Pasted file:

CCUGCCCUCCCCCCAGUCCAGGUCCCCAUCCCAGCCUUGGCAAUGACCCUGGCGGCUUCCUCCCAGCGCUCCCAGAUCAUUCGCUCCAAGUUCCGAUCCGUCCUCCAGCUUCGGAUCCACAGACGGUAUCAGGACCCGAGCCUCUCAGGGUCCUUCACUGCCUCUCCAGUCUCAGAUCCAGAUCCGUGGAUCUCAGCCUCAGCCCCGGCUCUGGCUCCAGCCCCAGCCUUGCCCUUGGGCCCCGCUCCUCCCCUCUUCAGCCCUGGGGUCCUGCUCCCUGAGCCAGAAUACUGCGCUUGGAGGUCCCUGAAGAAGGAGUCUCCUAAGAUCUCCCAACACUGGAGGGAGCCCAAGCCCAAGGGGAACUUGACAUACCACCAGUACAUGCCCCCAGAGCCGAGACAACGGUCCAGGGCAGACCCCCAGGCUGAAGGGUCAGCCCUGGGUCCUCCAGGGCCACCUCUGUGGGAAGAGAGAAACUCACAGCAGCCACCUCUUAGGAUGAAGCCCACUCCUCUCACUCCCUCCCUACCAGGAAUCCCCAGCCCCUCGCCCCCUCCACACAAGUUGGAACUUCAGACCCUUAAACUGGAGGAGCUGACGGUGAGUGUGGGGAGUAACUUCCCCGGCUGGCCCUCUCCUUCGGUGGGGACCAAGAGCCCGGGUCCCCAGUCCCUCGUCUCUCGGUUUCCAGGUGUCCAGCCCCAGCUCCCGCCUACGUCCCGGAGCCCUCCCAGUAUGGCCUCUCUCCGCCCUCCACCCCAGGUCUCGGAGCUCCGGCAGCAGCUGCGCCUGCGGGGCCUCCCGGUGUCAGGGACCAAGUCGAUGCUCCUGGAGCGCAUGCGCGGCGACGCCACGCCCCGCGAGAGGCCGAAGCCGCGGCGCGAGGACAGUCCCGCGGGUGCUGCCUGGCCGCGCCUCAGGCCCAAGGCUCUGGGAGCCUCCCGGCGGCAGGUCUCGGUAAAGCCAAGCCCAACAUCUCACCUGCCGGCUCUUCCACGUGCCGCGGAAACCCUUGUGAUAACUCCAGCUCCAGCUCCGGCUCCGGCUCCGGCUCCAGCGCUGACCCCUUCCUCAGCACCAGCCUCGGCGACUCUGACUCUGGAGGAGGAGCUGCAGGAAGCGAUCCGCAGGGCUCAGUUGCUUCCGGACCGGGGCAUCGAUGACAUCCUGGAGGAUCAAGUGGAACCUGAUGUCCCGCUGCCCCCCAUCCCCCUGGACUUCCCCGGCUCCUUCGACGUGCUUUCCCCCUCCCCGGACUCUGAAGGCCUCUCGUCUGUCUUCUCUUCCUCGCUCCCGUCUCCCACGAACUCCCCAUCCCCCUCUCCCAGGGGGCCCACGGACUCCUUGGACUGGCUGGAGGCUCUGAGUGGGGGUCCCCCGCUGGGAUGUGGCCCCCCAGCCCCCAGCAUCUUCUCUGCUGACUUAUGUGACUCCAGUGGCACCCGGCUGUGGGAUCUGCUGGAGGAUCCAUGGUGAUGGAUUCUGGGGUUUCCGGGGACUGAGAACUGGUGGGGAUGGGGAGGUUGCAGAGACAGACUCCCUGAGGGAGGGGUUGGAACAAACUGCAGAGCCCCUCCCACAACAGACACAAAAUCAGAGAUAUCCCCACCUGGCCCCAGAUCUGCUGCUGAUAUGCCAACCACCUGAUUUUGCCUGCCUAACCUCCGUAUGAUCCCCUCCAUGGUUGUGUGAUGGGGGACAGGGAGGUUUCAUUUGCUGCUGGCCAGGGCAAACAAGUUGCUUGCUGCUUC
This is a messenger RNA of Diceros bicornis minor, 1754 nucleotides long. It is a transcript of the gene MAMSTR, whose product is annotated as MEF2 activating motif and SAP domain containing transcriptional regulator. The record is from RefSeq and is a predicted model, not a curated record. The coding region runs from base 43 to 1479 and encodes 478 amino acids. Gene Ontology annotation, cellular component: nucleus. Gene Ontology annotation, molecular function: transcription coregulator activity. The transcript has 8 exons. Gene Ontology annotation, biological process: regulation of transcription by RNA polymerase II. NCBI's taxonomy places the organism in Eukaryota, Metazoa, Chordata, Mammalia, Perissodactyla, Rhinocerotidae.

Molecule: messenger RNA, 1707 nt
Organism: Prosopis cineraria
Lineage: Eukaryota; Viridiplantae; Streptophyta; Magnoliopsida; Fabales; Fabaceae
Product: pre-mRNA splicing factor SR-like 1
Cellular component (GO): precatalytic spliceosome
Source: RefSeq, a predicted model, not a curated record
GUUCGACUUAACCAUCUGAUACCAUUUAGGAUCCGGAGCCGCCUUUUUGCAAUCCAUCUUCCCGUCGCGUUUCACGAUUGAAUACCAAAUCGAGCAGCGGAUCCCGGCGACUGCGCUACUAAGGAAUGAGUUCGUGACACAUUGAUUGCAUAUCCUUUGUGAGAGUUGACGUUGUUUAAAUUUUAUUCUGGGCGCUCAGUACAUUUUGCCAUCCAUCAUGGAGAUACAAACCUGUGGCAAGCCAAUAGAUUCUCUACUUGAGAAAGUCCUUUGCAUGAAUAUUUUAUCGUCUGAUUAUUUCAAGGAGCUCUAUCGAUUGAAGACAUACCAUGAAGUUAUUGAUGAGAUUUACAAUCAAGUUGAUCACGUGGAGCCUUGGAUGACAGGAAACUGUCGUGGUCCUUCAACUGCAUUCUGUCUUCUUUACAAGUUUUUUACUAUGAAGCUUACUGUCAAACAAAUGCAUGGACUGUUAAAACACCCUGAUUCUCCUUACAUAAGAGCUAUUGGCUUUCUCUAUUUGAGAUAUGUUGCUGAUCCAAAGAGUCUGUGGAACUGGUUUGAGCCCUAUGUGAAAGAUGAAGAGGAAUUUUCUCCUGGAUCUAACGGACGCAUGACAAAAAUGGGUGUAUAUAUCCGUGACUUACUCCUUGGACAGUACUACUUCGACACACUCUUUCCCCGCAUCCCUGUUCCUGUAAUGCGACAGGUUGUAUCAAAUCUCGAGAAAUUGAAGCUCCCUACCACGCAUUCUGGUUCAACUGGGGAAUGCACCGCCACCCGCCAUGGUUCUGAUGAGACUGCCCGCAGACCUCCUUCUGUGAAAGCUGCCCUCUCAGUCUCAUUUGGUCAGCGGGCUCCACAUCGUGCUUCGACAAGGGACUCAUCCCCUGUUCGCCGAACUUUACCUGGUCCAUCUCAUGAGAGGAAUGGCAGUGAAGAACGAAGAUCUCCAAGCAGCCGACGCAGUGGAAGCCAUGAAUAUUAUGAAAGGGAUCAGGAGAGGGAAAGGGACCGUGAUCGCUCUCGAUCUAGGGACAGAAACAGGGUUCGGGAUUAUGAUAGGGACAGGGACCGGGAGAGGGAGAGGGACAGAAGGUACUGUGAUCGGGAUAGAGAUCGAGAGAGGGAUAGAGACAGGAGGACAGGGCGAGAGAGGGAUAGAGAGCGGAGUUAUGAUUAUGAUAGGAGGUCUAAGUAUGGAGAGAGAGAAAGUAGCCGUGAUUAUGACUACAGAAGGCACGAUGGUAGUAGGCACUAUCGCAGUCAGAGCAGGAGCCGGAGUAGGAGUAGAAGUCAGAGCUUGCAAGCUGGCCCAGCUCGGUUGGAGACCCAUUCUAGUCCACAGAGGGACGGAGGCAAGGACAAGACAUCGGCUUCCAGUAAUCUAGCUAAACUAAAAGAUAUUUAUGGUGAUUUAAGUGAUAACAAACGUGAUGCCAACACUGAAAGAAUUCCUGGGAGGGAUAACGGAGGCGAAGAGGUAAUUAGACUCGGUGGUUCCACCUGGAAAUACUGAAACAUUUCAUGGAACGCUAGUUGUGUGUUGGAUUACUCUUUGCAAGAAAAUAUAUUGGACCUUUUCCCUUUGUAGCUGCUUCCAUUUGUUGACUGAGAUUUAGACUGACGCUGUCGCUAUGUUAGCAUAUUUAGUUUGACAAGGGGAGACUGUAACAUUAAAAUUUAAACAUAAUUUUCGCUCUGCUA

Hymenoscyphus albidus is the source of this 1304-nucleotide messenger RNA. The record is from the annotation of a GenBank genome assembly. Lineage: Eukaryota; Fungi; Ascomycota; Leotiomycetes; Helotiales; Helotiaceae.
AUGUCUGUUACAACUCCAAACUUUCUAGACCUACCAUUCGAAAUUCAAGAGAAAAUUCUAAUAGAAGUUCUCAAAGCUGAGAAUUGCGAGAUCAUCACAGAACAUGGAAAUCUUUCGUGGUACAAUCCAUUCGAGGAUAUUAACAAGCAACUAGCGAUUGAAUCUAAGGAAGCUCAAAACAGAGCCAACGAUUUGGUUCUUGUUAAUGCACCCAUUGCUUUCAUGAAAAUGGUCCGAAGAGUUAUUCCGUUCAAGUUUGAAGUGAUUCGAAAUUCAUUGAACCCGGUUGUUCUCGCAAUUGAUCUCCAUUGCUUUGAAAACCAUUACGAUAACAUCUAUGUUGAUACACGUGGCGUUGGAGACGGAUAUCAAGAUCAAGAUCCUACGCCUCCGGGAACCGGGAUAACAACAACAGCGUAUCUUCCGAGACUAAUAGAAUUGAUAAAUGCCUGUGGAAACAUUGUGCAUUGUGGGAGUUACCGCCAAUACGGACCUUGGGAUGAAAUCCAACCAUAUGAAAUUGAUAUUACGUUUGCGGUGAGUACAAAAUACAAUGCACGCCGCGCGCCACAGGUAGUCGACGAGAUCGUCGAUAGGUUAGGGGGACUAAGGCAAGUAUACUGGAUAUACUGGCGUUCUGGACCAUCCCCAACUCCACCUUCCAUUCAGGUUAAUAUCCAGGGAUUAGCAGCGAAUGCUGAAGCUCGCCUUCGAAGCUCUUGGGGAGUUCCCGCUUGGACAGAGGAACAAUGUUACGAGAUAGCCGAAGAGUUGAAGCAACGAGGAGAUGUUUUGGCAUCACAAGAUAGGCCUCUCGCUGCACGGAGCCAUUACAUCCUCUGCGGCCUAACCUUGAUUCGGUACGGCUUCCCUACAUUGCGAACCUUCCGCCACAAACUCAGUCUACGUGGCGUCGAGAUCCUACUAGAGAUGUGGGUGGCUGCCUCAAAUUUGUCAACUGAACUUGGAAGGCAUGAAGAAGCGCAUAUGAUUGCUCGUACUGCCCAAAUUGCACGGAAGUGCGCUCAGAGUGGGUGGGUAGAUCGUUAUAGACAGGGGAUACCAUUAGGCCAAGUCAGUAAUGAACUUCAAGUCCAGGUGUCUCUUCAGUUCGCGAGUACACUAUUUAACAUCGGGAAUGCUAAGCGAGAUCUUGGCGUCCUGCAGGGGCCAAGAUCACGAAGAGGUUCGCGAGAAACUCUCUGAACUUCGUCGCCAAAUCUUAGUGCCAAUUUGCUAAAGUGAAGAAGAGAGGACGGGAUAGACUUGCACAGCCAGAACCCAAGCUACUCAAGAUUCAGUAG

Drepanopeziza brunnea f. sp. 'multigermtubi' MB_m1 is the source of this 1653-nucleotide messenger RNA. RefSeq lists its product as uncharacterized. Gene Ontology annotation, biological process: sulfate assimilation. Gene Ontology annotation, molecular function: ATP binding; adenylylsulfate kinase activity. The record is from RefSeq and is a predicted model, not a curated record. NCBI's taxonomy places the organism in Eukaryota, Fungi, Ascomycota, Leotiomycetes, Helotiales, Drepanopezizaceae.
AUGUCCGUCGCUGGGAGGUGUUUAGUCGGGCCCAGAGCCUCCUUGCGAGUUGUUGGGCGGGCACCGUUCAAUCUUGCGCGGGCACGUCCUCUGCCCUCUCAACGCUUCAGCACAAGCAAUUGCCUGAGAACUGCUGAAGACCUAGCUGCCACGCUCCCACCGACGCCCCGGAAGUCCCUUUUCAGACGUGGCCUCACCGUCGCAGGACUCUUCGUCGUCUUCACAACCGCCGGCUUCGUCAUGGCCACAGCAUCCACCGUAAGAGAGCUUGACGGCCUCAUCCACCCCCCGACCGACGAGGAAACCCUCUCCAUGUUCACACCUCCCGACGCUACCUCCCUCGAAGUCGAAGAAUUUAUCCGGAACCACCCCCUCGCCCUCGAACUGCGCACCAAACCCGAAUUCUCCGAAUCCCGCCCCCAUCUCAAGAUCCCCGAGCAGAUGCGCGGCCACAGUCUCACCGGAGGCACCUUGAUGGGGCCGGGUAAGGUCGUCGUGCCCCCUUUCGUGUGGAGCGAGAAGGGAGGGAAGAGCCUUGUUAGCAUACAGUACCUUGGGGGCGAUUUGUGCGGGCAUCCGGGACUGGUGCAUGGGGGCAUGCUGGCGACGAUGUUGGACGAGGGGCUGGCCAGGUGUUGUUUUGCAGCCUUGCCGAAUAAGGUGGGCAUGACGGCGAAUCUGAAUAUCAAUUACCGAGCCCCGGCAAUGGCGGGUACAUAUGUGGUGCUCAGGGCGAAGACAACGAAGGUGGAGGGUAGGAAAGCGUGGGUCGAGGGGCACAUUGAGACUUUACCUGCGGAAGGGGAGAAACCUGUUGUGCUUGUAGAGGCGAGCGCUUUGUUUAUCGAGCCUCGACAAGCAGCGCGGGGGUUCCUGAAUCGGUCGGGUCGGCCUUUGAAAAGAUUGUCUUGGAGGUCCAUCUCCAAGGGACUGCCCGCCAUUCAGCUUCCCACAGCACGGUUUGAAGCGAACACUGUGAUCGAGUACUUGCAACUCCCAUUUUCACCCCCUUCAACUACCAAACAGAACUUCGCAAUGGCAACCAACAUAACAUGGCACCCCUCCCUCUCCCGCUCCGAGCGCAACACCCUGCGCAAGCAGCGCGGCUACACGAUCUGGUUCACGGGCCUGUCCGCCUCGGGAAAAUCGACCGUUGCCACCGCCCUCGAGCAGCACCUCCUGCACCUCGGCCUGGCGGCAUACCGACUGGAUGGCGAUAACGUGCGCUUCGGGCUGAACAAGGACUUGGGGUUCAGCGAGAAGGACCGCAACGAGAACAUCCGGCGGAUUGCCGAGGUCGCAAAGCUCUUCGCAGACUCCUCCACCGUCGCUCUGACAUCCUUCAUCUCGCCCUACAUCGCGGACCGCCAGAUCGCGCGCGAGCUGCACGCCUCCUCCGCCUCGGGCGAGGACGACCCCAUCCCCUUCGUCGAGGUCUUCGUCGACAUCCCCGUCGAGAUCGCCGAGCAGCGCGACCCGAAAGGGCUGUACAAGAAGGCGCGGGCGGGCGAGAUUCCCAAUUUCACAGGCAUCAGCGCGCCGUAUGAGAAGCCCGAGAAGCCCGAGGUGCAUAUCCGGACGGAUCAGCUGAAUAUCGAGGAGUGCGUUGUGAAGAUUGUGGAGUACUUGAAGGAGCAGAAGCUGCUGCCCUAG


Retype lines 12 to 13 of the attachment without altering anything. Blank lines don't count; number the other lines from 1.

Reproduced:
Drepanopeziza brunnea f. sp. 'multigermtubi' MB_m1 is the source of this 1653-nucleotide messenger RNA. RefSeq lists its product as uncharacterized. Gene Ontology annotation, biological process: sulfate assimilation. Gene Ontology annotation, molecular function: ATP binding; adenylylsulfate kinase activity. The record is from RefSeq and is a predicted model, not a curated record. NCBI's taxonomy places the organism in Eukaryota, Fungi, Ascomycota, Leotiomycetes, Helotiales, Drepanopezizaceae.
AUGUCCGUCGCUGGGAGGUGUUUAGUCGGGCCCAGAGCCUCCUUGCGAGUUGUUGGGCGGGCACCGUUCAAUCUUGCGCGGGCACGUCCUCUGCCCUCUCAACGCUUCAGCACAAGCAAUUGCCUGAGAACUGCUGAAGACCUAGCUGCCACGCUCCCACCGACGCCCCGGAAGUCCCUUUUCAGACGUGGCCUCACCGUCGCAGGACUCUUCGUCGUCUUCACAACCGCCGGCUUCGUCAUGGCCACAGCAUCCACCGUAAGAGAGCUUGACGGCCUCAUCCACCCCCCGACCGACGAGGAAACCCUCUCCAUGUUCACACCUCCCGACGCUACCUCCCUCGAAGUCGAAGAAUUUAUCCGGAACCACCCCCUCGCCCUCGAACUGCGCACCAAACCCGAAUUCUCCGAAUCCCGCCCCCAUCUCAAGAUCCCCGAGCAGAUGCGCGGCCACAGUCUCACCGGAGGCACCUUGAUGGGGCCGGGUAAGGUCGUCGUGCCCCCUUUCGUGUGGAGCGAGAAGGGAGGGAAGAGCCUUGUUAGCAUACAGUACCUUGGGGGCGAUUUGUGCGGGCAUCCGGGACUGGUGCAUGGGGGCAUGCUGGCGACGAUGUUGGACGAGGGGCUGGCCAGGUGUUGUUUUGCAGCCUUGCCGAAUAAGGUGGGCAUGACGGCGAAUCUGAAUAUCAAUUACCGAGCCCCGGCAAUGGCGGGUACAUAUGUGGUGCUCAGGGCGAAGACAACGAAGGUGGAGGGUAGGAAAGCGUGGGUCGAGGGGCACAUUGAGACUUUACCUGCGGAAGGGGAGAAACCUGUUGUGCUUGUAGAGGCGAGCGCUUUGUUUAUCGAGCCUCGACAAGCAGCGCGGGGGUUCCUGAAUCGGUCGGGUCGGCCUUUGAAAAGAUUGUCUUGGAGGUCCAUCUCCAAGGGACUGCCCGCCAUUCAGCUUCCCACAGCACGGUUUGAAGCGAACACUGUGAUCGAGUACUUGCAACUCCCAUUUUCACCCCCUUCAACUACCAAACAGAACUUCGCAAUGGCAACCAACAUAACAUGGCACCCCUCCCUCUCCCGCUCCGAGCGCAACACCCUGCGCAAGCAGCGCGGCUACACGAUCUGGUUCACGGGCCUGUCCGCCUCGGGAAAAUCGACCGUUGCCACCGCCCUCGAGCAGCACCUCCUGCACCUCGGCCUGGCGGCAUACCGACUGGAUGGCGAUAACGUGCGCUUCGGGCUGAACAAGGACUUGGGGUUCAGCGAGAAGGACCGCAACGAGAACAUCCGGCGGAUUGCCGAGGUCGCAAAGCUCUUCGCAGACUCCUCCACCGUCGCUCUGACAUCCUUCAUCUCGCCCUACAUCGCGGACCGCCAGAUCGCGCGCGAGCUGCACGCCUCCUCCGCCUCGGGCGAGGACGACCCCAUCCCCUUCGUCGAGGUCUUCGUCGACAUCCCCGUCGAGAUCGCCGAGCAGCGCGACCCGAAAGGGCUGUACAAGAAGGCGCGGGCGGGCGAGAUUCCCAAUUUCACAGGCAUCAGCGCGCCGUAUGAGAAGCCCGAGAAGCCCGAGGUGCAUAUCCGGACGGAUCAGCUGAAUAUCGAGGAGUGCGUUGUGAAGAUUGUGGAGUACUUGAAGGAGCAGAAGCUGCUGCCCUAG